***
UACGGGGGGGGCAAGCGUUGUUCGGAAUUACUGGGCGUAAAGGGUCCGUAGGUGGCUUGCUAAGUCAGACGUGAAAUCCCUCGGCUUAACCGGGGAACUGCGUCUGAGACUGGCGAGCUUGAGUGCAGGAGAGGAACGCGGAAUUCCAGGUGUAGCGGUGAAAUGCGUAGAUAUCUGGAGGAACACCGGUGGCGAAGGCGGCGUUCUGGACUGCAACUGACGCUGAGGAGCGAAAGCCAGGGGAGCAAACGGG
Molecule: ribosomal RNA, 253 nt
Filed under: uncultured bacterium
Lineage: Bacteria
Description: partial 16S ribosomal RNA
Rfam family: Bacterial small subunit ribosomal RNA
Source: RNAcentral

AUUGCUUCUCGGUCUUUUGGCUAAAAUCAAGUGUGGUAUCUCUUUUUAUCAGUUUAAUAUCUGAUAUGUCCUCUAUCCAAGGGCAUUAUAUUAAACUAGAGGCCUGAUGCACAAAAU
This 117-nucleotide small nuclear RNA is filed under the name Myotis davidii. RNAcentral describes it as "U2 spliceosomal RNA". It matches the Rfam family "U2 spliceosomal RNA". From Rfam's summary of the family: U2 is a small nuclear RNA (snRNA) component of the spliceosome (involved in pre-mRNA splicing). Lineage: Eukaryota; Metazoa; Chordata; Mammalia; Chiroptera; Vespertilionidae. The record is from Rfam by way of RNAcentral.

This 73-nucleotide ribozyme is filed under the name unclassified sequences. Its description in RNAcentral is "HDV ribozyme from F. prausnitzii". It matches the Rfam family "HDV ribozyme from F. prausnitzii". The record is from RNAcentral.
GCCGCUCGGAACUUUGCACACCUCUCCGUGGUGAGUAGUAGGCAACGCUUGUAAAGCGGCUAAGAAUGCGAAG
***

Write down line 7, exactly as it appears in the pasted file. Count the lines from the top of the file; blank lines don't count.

Source: RNAcentral